Ever since he was elected in 2014, the vast Indian sub-continent has increasingly become a political one-man show.
Cricket-lovers will have noted that some of the recent India v England games were played in Ahmedabad’s newly renamed, 110,000-capacity Modi Stadium. Only North Korea’s capital has a bigger arena and even that is not named after a living leader!
And while Donald Trump may have plastered his name over his hotels and golf courses, that was before he became US president.
Thousands of spectators were allowed to watch the early games against England at the Modi stadium. But the remaining matches are being played behind closed doors following a spike in Covid cases which doubtless encouraged the government to block vaccine exports.
Yet the fact is that Modi is democratically elected. And that is what places Mr Johnson in such an invidious situation.
The UK deal with Serum in India was announced on March 2 but its chief executive Adar Poonawalla had warned ten days earlier that supplies were not running smoothly. Pictured: Where Britain gets its vaccine supply from
Because Britain sees an alliance with democratic India as crucial in curbing the belligerence of the other gigantic state in the Indo-Pacific region –China, a one-party dictatorship run by an unabashed dictator.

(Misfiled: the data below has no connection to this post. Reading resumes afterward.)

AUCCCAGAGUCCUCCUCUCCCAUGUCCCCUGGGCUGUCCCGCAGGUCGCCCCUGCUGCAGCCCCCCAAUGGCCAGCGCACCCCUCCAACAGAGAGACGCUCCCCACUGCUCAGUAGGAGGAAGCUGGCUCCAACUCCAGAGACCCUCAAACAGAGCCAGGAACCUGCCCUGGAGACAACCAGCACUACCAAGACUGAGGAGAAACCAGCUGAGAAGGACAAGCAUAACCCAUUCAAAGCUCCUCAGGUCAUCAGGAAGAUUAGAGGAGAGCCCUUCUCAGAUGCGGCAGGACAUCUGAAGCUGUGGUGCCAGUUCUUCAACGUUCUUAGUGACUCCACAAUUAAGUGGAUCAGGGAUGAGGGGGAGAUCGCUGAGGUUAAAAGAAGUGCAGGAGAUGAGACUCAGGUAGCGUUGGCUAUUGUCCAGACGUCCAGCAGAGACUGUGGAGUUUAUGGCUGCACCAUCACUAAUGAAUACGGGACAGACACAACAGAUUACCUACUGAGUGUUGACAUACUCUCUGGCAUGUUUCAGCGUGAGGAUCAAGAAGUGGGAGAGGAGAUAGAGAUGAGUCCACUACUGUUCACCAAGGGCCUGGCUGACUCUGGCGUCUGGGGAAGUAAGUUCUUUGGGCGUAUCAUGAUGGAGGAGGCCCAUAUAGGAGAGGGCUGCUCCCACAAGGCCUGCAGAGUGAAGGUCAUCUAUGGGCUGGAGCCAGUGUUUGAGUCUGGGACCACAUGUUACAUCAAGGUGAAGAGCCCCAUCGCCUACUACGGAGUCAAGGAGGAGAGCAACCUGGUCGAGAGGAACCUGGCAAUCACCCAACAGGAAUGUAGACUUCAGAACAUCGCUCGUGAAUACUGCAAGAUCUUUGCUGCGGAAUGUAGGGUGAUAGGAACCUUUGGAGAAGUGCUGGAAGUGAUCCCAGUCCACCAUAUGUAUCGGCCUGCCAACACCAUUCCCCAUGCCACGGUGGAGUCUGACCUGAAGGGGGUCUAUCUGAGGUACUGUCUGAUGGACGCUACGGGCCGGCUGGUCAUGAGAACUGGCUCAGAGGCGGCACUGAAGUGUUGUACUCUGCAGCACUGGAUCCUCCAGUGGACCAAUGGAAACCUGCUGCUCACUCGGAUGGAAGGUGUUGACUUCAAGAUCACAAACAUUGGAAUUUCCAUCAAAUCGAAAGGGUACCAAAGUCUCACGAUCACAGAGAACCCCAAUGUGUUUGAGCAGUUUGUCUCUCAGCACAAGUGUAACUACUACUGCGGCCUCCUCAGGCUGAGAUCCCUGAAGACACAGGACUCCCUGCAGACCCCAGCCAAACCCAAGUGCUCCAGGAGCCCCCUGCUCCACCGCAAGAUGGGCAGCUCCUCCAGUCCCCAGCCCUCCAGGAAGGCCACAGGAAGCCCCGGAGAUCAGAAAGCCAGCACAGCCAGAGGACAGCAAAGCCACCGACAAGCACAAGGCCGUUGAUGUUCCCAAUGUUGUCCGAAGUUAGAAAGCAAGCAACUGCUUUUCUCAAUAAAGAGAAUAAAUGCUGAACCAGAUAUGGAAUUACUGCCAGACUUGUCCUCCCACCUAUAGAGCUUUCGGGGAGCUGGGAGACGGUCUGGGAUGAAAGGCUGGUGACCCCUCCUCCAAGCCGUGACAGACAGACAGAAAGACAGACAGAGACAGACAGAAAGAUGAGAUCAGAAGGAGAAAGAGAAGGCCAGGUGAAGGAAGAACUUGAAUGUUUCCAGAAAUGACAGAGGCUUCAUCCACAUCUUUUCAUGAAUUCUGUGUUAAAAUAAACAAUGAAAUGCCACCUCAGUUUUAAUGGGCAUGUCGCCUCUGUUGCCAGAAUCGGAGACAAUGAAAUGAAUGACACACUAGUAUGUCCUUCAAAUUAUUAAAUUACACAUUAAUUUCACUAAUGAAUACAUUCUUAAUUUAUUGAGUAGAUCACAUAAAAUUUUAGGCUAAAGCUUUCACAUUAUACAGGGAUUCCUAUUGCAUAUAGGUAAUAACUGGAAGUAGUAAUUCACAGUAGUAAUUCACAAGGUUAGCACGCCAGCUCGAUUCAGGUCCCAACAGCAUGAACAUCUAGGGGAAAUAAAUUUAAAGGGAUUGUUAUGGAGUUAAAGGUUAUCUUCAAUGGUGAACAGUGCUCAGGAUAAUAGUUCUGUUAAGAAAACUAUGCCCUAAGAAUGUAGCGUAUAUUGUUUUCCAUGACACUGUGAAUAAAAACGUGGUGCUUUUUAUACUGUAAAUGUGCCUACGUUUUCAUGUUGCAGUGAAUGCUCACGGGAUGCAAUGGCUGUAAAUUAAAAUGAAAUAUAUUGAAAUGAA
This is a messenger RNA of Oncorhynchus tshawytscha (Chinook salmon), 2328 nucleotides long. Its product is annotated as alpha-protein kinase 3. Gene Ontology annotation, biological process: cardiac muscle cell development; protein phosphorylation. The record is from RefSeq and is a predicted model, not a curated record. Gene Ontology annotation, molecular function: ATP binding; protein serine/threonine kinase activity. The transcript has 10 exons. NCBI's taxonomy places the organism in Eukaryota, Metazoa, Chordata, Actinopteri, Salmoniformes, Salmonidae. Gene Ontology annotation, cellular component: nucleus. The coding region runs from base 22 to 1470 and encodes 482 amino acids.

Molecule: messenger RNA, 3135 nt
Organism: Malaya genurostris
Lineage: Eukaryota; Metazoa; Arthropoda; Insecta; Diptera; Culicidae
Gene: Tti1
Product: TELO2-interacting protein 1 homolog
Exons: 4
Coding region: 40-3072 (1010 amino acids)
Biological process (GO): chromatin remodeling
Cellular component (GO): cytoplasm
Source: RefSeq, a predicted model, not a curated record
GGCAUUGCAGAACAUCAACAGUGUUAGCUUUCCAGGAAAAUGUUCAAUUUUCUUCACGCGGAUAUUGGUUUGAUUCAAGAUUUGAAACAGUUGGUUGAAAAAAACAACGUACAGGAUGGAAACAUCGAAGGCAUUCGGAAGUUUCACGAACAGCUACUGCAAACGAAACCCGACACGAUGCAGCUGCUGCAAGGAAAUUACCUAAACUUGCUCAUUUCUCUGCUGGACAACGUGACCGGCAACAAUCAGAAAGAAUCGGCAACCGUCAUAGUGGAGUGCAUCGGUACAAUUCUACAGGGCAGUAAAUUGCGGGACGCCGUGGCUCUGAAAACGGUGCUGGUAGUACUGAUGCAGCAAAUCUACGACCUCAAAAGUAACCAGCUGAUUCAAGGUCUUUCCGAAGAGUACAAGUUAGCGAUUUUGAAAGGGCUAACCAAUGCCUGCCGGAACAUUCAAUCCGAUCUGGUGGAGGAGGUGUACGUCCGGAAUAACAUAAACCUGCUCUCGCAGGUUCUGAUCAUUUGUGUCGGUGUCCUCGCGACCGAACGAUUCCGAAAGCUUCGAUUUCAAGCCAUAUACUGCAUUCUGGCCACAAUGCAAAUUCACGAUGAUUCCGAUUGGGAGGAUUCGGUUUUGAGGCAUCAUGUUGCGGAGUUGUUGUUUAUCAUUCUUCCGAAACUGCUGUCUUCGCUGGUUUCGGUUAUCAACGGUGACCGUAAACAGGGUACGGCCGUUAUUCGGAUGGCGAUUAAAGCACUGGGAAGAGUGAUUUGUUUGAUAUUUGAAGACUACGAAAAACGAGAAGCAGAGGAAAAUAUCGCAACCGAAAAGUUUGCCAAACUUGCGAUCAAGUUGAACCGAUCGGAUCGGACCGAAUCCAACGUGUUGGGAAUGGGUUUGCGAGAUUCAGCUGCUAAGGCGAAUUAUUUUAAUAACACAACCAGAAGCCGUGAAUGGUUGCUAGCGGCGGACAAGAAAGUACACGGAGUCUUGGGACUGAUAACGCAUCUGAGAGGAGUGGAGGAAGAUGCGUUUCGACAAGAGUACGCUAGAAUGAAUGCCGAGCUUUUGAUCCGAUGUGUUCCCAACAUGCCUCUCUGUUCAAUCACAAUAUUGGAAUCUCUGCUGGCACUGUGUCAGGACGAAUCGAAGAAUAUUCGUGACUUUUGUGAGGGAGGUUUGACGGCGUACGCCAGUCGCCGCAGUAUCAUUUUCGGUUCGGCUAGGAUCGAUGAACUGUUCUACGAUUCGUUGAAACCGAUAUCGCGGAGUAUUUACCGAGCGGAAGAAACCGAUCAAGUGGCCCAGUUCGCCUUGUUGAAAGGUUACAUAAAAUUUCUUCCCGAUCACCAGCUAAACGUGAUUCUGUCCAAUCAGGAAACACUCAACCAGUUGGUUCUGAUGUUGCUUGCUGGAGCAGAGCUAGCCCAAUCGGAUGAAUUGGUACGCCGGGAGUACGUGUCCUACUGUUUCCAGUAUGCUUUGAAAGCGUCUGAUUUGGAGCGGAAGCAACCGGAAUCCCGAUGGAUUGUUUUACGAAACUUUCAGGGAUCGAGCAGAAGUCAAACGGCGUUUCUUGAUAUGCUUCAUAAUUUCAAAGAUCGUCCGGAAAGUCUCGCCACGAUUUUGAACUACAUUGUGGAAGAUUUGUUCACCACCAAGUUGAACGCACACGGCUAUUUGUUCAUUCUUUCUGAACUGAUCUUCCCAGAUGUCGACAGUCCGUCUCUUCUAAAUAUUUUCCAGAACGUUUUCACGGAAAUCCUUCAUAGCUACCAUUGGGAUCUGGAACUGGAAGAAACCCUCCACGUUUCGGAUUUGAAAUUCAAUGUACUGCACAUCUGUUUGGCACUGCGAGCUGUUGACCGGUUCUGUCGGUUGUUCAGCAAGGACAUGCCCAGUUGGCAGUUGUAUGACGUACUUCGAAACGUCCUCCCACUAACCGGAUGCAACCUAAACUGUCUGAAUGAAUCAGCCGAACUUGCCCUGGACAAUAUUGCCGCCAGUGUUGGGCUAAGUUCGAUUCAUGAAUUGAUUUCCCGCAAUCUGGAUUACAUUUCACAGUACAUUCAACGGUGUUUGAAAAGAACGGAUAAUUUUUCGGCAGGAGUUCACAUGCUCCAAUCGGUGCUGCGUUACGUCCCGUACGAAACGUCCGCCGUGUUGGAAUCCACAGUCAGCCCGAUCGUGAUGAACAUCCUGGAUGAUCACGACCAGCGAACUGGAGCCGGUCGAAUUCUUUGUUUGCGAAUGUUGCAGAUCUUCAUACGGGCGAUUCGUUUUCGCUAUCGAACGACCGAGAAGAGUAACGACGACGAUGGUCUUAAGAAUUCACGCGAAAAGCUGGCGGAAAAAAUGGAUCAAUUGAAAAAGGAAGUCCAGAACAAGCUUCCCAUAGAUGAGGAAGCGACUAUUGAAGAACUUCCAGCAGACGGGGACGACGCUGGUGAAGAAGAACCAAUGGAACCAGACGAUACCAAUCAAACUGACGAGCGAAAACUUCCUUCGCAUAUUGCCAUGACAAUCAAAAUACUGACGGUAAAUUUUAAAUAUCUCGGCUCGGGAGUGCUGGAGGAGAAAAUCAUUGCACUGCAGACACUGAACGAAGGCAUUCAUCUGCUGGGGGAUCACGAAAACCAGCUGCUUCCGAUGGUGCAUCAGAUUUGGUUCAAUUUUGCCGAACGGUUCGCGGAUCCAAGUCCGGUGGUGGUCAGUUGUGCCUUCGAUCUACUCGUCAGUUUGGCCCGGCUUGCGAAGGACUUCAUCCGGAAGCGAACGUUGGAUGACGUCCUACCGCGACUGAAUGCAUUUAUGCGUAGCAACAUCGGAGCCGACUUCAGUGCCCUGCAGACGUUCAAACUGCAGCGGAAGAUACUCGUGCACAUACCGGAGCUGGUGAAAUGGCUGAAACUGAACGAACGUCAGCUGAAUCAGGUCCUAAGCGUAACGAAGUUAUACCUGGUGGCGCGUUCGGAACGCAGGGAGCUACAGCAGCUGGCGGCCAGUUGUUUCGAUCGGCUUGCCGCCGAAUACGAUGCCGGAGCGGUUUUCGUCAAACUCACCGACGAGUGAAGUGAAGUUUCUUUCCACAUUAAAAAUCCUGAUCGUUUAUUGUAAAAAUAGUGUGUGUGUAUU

This is a major factor behind our PM’s planned visit. Along with the US, Japan and Australia, Britain wants India to rein in China – although it would, of course, pose an immediate security threat to India along the Himalayan border it shares with the country.
There is also India’s possible role as an alternative supply chain for vital products instead of China.
Last year’s hugely expensive fiasco of relying on China for PPE for health and care workers should have taught us the importance of finding alternative sources for such goods.
In any choice between India and China there is no doubt the British people’s instinctive sympathy will be with India.
The trouble is that Mr Modi’s vaccine nationalism will sour attitudes. If he seems too erratic a leader to rely on for vital supplies to our health service, doubts about his dependability as an ally will grow.
A rapidly developing and securely democratic India should be welcomed by everyone. But its rumbustious multi-party traditions – along with the country’s staggering global potential – are in jeopardy from a high-handed prime minister contemptuous not only of opposition but friends at home and abroad.
Mark Almond is director of the Crisis Research Institute, Oxford